Science

4:26pm

Mon April 29, 2013
Shots - Health News

Big Sibling's Big Influence: Some Behaviors Run In The Family

Originally published on Wed May 1, 2013 12:02 pm

iStockphoto.com

Patricia East is a developmental psychologist who began her career working at an OB-GYN clinic in California. Thursday mornings at the clinic were reserved for pregnant teens, and when East arrived the waiting room would be packed with them, chair after chair of pregnant adolescents.

It was in this waiting room, East explains, that she discovered her life's work — an accidental discovery that emerged from the small talk that staff at the clinic had with their young clients as they walked them back for checkups.

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1:54pm

Mon April 29, 2013
The Two-Way

Virgin Galactic's SpaceShipTwo Passes First Rocket Test

Originally published on Mon April 29, 2013 4:02 pm

Virgin Galactic's SpaceShipTwo — designed to carry paying passengers beyond Earth's atmosphere — passed a key test Monday, shooting past the speed of sound under its own rocket power.

The spacecraft developed by Sir Richard Branson's space tourism venture dropped from its mother ship over the Mojave Desert and then, for the first time, fired its engine. It hit Mach 1.2 and reached an altitude of 56,000 feet before gliding to a landing.

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4:56pm

Sun April 28, 2013
Science

The Sounds of Thirsty Trees

Originally published on Sun April 28, 2013 6:38 pm

A team of physicists at Grenoble University in France discovered that trees make different sounds when they are starved for water versus when they are simply thirsty. We hear from Dr. Alexandre Ponomarenko, the lead researcher, and hear a bit of the thirsty tree sounds.

4:21pm

Sun April 28, 2013
History

First He Invented The Phone. Then, Bell Left A Voice Message

Originally published on Mon April 29, 2013 4:28 pm

Though the quality of the sound recordings is poor, we know what Alexander Graham Bell was saying because he left transcripts.
Smithsonian's National Museum of American History

As the inventor of the telephone, Alexander Graham Bell is credited with bringing countless voices to our ears. And now, for the first time, here he is imploring us to hear his own voice:

The sound is scratchy. You have to strain to decipher it, but the words are clear. They're from Bell's lips, recorded in 1885 but unveiled just last week by the Smithsonian.

"It lets us know what the past was really like. It fills in a gap for people," says Shari Stout, collections manager at the Smithsonian's National Museum of American History.

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6:41am

Sun April 28, 2013
Science

From Coast To Coast with The Power Of The Sun

Originally published on Sun April 28, 2013 6:40 pm

Transcript

RACHEL MARTIN, HOST:

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8:03am

Sat April 27, 2013
Krulwich Wonders...

Nobody Throws Balls Like Yu

Jeff Gross Getty Images

8:03am

Sat April 27, 2013
13.7: Cosmos And Culture

Oliver Sacks: An Appreciation

Oliver Sacks in 2009 at Columbia University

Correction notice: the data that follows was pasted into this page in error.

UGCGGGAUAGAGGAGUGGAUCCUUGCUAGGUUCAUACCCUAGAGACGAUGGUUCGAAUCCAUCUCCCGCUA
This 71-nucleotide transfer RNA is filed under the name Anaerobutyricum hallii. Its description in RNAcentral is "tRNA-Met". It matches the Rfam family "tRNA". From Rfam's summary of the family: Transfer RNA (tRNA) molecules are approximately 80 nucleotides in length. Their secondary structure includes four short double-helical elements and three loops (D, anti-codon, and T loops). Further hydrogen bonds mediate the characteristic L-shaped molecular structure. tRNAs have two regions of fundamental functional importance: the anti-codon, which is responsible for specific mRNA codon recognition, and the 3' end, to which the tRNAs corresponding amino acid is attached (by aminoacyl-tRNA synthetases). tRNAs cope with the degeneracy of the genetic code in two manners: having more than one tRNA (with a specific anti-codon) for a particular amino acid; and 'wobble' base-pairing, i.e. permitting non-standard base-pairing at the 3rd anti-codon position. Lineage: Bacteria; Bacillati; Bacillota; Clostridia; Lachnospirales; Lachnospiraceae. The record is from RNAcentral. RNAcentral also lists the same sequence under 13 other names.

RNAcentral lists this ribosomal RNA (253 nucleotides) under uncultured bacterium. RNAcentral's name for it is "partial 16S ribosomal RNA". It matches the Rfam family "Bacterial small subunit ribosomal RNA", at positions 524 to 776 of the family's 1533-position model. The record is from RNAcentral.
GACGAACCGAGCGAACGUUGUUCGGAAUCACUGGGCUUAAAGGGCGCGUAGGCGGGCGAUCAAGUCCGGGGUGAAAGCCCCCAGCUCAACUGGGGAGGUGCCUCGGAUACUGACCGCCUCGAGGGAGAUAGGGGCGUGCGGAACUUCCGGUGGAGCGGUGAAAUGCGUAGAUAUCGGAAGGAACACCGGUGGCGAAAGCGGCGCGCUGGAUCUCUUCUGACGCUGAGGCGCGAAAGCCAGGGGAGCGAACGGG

Chris McGrath Getty Images

A comment I heard more than once at a recent event in New York to celebrate the life of Oliver Sacks, who turns 80 this year, is that it isn't Sacks' patients who are particularly interesting; it is the interest that Sacks brings to them that makes them special. He has good eyes.

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4:47pm

Fri April 26, 2013
Animals

Navy Sonar Criticized For Harming Marine Mammals

Transcript

ROBERT SIEGEL, HOST:

The U.S. Navy is planning to ramp up training activities off California and Hawaii. But that has rekindled a battle over Navy sonar, which is known to harm marine mammals. From member station KQED, Lauren Sommer reports.

LAUREN SOMMER, BYLINE: We humans are visual creatures and for good reason. If someone is far away, you can usually see them before you hear them. Underwater, it's the opposite.

BRANDON SOUTHALL: The physical environment of the ocean really favors the use of sound, and the animals have evolved accordingly.

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3:33pm

Fri April 26, 2013
Shots - Health News

Freaky Friday: Autonomous Tissue Grabbers Are On Their Way

Originally published on Tue April 30, 2013 10:54 am

A miniature ninja throwing star or a surgical device? The microgripper, shown here coming out of a catheter tube, is activated by body heat. The sharp appendages fold up when the device warms up.
Evin Gultepe, Gracias Lab, Johns Hopkins University.

When we first heard about researchers using tiny freely floating tools to grab tissue samples deep inside the body, we were scared.

But our fears quickly turned to fascination.

Johns Hopkins engineers are testing out what they call "untethered microgrippers" as a better way to investigate hard-to-reach places. They have launched hundreds of these things, which look like miniature ninja throwing stars, inside the body of animal to retrieve tiny pieces of tissue for biopsies.

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12:27pm

Fri April 26, 2013
Shots - Health News

Failure Of Latest HIV Vaccine Test: A 'Huge Disappointment'

Originally published on Fri April 26, 2013 1:14 pm

The green dots are HIV virus particles on a human white blood cell.
CDC

The largest current study of an AIDS vaccine, involving 2,500 people, is being stopped.

After an oversight committee took a preliminary peek at the results this past Monday, they concluded there was no way the study would show that the vaccine prevents HIV infection.

Nor would the vaccine suppress the wily virus among people who get infected despite being vaccinated.

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